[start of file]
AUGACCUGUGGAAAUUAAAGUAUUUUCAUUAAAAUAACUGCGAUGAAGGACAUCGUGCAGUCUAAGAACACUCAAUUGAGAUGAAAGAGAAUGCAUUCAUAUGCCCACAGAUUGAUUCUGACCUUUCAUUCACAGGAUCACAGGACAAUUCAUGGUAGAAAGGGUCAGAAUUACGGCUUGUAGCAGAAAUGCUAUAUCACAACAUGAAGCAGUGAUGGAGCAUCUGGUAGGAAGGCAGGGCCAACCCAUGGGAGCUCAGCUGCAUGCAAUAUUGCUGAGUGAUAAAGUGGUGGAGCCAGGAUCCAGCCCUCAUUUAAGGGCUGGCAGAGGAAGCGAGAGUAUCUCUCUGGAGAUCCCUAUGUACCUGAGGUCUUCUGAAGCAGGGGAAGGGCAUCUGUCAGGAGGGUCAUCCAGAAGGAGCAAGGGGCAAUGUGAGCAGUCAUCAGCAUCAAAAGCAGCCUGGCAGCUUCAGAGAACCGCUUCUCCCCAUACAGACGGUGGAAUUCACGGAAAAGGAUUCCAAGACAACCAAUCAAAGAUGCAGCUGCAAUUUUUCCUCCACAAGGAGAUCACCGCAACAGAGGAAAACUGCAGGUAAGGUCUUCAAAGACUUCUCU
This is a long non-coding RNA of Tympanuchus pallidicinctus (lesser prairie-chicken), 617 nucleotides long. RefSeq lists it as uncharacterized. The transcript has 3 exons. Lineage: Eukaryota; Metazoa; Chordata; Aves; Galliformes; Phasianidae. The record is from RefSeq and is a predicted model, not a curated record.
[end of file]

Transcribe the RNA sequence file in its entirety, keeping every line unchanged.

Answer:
AUGACCUGUGGAAAUUAAAGUAUUUUCAUUAAAAUAACUGCGAUGAAGGACAUCGUGCAGUCUAAGAACACUCAAUUGAGAUGAAAGAGAAUGCAUUCAUAUGCCCACAGAUUGAUUCUGACCUUUCAUUCACAGGAUCACAGGACAAUUCAUGGUAGAAAGGGUCAGAAUUACGGCUUGUAGCAGAAAUGCUAUAUCACAACAUGAAGCAGUGAUGGAGCAUCUGGUAGGAAGGCAGGGCCAACCCAUGGGAGCUCAGCUGCAUGCAAUAUUGCUGAGUGAUAAAGUGGUGGAGCCAGGAUCCAGCCCUCAUUUAAGGGCUGGCAGAGGAAGCGAGAGUAUCUCUCUGGAGAUCCCUAUGUACCUGAGGUCUUCUGAAGCAGGGGAAGGGCAUCUGUCAGGAGGGUCAUCCAGAAGGAGCAAGGGGCAAUGUGAGCAGUCAUCAGCAUCAAAAGCAGCCUGGCAGCUUCAGAGAACCGCUUCUCCCCAUACAGACGGUGGAAUUCACGGAAAAGGAUUCCAAGACAACCAAUCAAAGAUGCAGCUGCAAUUUUUCCUCCACAAGGAGAUCACCGCAACAGAGGAAAACUGCAGGUAAGGUCUUCAAAGACUUCUCU
This is a long non-coding RNA of Tympanuchus pallidicinctus (lesser prairie-chicken), 617 nucleotides long. RefSeq lists it as uncharacterized. The transcript has 3 exons. Lineage: Eukaryota; Metazoa; Chordata; Aves; Galliformes; Phasianidae. The record is from RefSeq and is a predicted model, not a curated record.